The Research Basis of Logic of English

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The Logic of English® series of books and curriculum is based upon leading research about reading, multi-sensory education, and linguistics.

All Logic of English curriculum includes explicit instruction in:

  • Phonemic Awareness
  • The Alphabetic Principle and systematic phonics
  • Fluency and high frequency words
  • Handwriting
  • Spelling
  • Vocabulary
  • Reading comprehension

The goal of reading instruction is to give students the ability to read, comprehend, and learn from texts. Developing strong readers requires providing them with a deep foundation of knowledge about words which they can then access to make meaning.

Reading research has led to an understanding of how the brain reads and the types of instruction that develop strong and proficient readers (Yoncheva et al., 2015). Repeatedly, research has demonstrated that effective instruction explicitly teaches the following subskills:

 

Research has also demonstrated the benefits of a holistic, multi-sensory approach where students are taught language by ear (speech perception), by mouth (speech production), by eye (reading), and by hand (writing) (Berninger, 2012).

When the skills of reading are taught systematically in a manner that utilizes all the learning modes – speaking, seeing, hearing, writing – almost all students are able to learn to read and comprehend (McGuinness, 2005).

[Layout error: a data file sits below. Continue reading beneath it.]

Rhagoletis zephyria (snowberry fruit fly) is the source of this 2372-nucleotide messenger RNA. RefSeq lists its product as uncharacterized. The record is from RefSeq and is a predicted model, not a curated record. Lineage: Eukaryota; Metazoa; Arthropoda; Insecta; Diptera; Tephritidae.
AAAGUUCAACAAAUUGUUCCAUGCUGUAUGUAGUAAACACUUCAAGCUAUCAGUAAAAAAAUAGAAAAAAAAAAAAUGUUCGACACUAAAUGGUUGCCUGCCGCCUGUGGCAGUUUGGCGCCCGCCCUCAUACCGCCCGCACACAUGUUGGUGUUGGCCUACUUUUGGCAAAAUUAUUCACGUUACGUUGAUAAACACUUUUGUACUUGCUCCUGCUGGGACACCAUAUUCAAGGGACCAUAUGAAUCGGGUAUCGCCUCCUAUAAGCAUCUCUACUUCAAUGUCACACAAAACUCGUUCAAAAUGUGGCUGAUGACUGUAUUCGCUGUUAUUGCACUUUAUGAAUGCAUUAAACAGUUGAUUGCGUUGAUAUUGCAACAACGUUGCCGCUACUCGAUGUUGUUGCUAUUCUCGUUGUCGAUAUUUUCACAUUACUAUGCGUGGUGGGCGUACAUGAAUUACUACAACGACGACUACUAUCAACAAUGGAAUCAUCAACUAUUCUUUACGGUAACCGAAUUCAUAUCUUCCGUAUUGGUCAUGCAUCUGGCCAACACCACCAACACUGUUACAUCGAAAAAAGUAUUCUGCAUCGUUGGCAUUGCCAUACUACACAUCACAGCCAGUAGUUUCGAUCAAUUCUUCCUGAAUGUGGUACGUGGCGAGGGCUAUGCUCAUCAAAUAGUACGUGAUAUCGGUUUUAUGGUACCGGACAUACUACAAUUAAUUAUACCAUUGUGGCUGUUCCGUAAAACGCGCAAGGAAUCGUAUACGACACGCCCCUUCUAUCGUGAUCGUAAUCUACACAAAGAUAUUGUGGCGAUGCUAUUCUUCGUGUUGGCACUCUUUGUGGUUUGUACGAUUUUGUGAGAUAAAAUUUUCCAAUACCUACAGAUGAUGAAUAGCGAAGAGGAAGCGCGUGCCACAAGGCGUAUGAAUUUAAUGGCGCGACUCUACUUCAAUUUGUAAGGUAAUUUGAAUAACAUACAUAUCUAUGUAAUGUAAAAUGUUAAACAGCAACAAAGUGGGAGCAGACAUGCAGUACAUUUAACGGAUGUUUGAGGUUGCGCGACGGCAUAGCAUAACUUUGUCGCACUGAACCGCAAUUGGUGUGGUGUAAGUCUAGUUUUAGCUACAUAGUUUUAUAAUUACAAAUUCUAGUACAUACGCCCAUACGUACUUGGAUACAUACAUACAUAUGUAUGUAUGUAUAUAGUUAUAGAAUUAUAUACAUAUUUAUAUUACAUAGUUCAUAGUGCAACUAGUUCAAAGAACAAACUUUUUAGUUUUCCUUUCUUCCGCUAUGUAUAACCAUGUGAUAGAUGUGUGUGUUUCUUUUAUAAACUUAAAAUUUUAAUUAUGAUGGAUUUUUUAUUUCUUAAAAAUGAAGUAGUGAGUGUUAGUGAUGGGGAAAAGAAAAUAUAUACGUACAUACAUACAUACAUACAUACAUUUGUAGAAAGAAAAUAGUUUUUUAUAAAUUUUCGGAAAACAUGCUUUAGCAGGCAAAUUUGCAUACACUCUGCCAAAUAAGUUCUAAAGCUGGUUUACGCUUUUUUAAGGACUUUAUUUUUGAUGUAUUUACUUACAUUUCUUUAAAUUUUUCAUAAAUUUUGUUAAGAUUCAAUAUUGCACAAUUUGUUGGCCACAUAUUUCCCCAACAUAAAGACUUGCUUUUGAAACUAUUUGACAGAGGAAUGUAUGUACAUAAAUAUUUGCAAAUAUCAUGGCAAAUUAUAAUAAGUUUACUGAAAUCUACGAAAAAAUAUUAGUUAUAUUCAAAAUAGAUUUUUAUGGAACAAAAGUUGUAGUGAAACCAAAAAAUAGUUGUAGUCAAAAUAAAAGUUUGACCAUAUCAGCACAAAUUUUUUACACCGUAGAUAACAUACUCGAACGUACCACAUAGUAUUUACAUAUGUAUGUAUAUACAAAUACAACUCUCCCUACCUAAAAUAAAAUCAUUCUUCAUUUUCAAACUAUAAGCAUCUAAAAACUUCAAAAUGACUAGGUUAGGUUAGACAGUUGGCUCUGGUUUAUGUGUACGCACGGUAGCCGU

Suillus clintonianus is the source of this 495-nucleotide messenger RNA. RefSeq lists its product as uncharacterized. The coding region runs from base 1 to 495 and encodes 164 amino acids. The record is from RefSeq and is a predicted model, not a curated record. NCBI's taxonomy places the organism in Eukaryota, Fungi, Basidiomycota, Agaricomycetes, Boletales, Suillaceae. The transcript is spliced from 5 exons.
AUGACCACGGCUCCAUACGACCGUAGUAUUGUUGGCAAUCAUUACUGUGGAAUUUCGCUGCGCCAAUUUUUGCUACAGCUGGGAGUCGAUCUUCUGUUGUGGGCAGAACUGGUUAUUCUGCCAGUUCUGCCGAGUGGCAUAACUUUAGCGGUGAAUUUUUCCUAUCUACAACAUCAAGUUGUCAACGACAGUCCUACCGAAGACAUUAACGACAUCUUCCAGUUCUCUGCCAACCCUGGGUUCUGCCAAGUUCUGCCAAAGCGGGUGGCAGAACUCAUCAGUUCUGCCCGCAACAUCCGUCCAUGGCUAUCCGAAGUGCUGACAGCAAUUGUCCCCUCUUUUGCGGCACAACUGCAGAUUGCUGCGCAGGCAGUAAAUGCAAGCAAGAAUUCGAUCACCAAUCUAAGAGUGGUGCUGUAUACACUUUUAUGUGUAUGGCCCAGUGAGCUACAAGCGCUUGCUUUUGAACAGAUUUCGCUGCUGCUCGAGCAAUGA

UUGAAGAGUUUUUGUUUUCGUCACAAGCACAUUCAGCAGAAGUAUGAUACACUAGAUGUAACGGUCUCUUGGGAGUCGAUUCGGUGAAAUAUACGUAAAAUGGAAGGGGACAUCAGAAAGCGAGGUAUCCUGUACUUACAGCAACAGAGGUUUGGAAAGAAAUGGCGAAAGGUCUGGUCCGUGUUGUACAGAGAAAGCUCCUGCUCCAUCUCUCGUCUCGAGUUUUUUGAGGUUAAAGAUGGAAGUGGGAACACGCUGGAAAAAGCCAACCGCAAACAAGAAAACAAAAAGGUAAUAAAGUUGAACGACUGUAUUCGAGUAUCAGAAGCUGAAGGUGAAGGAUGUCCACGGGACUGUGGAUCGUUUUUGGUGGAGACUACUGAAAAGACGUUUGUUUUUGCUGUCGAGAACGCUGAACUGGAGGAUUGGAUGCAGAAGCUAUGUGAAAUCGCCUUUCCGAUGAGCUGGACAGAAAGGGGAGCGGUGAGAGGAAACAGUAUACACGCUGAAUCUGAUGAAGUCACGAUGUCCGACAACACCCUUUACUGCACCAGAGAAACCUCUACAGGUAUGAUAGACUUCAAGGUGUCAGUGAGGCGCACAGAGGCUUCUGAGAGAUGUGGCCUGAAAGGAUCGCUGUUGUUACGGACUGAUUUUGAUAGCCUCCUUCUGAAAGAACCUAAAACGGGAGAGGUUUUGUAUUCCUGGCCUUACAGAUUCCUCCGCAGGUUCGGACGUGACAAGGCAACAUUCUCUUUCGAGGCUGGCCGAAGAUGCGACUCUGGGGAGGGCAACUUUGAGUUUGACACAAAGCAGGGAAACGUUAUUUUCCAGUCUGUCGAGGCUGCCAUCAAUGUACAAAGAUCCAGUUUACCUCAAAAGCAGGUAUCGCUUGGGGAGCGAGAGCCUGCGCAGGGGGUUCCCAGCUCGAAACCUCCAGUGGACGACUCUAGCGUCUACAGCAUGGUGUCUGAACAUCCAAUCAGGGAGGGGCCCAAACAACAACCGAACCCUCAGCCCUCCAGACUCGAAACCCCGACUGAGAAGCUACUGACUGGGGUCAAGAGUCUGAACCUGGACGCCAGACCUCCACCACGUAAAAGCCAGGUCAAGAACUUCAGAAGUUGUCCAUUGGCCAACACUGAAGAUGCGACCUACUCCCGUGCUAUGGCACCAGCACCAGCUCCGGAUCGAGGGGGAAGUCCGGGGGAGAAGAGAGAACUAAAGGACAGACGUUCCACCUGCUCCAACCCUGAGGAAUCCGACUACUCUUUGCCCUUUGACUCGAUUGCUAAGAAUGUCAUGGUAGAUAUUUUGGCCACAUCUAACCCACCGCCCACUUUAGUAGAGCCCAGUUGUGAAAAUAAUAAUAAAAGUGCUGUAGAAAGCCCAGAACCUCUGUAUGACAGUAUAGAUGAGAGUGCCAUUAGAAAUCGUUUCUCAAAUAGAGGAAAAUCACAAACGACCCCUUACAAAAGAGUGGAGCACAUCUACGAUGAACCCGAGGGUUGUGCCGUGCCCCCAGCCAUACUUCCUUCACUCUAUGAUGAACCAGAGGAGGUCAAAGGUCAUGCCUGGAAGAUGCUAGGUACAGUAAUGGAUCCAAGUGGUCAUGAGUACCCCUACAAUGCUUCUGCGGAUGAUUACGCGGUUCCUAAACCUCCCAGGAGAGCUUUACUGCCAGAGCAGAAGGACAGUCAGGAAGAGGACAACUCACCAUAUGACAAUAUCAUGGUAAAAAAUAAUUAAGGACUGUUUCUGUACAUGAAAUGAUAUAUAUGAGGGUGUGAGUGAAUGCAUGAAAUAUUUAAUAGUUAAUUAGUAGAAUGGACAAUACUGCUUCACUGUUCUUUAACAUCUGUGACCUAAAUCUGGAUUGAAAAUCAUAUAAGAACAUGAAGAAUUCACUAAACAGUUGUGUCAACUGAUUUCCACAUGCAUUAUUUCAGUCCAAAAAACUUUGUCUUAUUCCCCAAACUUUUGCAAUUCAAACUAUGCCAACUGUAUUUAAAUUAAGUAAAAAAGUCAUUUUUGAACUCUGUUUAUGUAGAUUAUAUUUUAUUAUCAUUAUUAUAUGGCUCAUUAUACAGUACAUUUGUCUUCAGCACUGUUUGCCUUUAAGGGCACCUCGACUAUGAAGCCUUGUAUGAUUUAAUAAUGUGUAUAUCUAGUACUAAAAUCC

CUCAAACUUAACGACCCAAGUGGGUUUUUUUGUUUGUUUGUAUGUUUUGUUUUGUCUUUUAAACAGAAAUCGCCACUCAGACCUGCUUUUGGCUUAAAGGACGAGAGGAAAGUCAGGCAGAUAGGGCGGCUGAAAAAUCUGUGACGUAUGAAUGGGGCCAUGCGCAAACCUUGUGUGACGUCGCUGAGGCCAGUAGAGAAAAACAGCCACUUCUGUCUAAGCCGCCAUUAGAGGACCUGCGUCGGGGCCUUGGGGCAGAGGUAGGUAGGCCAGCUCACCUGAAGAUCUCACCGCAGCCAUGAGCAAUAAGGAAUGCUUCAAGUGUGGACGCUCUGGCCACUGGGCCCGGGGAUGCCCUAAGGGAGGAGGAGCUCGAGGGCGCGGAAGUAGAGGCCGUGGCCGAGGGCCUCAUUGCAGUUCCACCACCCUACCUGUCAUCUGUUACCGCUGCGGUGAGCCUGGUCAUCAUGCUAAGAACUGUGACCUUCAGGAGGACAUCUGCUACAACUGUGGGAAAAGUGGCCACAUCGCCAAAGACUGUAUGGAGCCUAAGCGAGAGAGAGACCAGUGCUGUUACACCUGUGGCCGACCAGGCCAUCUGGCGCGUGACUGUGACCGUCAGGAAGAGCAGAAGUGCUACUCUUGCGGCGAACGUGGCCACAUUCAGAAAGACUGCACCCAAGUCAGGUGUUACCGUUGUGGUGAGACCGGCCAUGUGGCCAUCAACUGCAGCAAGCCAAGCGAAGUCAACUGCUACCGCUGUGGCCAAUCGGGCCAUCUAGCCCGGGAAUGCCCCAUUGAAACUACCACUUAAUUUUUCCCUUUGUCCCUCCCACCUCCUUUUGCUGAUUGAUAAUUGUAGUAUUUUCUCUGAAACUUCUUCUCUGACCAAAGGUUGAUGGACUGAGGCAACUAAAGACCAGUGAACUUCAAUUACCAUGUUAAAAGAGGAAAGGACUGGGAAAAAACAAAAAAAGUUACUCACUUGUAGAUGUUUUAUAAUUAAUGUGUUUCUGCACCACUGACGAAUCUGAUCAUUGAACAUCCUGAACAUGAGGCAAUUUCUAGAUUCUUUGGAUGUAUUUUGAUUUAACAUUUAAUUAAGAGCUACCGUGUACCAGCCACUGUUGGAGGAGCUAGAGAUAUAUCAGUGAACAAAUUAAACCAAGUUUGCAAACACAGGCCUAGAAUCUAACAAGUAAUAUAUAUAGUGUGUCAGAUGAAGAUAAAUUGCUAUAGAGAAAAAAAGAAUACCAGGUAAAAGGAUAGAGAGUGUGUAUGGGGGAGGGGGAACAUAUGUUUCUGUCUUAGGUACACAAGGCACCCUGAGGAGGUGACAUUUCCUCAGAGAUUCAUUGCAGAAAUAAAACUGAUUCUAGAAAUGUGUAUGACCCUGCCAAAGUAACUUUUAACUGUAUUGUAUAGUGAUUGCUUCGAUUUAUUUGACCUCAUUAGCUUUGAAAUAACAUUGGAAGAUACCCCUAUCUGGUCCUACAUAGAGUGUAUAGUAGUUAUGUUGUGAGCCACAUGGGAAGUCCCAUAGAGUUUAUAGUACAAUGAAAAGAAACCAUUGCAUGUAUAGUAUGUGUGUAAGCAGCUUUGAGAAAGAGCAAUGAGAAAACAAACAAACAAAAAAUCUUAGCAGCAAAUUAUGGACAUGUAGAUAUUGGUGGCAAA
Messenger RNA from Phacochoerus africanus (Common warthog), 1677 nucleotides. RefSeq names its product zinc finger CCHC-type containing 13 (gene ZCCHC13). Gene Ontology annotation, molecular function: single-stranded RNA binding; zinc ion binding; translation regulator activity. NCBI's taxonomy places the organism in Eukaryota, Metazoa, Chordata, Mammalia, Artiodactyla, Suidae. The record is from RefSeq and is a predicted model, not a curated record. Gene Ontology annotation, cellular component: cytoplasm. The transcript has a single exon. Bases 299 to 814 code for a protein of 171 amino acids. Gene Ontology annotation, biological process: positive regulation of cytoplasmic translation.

Next Section: Phonemic Awareness

Berninger, V. “Evidence-based, developmentally appropriate writing skills k-5: teaching the orthographic loop of working memory to write letters so developing writers can spell words and express ideas.” Presented at Handwriting in the 21st century?: An educational summit, Washington, D.C. January 23, 2012.

McGuinness, D. (2005). Early Reading Instruction: what science really tells us about how to teach reading. Cambridge, Mass.: MIT.

Moats, L. (1998). Teaching decoding. American Educator, Spring/Sum, 1–8.

National Institute of Child Health and Human Development. (2000). Report of the National Reading Panel. Teaching children to read: An evidence-based assessment of the scientific research literature on reading and its implications for reading instruction (NIH Publication No. 00-4769). Washington, DC: U.S. Government Printing Office.

Yoncheva, Y., Wise, J., & McCandliss, B. (2015). Hemispheric specialization for visual words is shaped by attention to sublexical units during initial learning. Brain & Language, 145-146 (2015), 23-33.

To see Logic of English pilot data from schools, visit our Preliminary School Data page.

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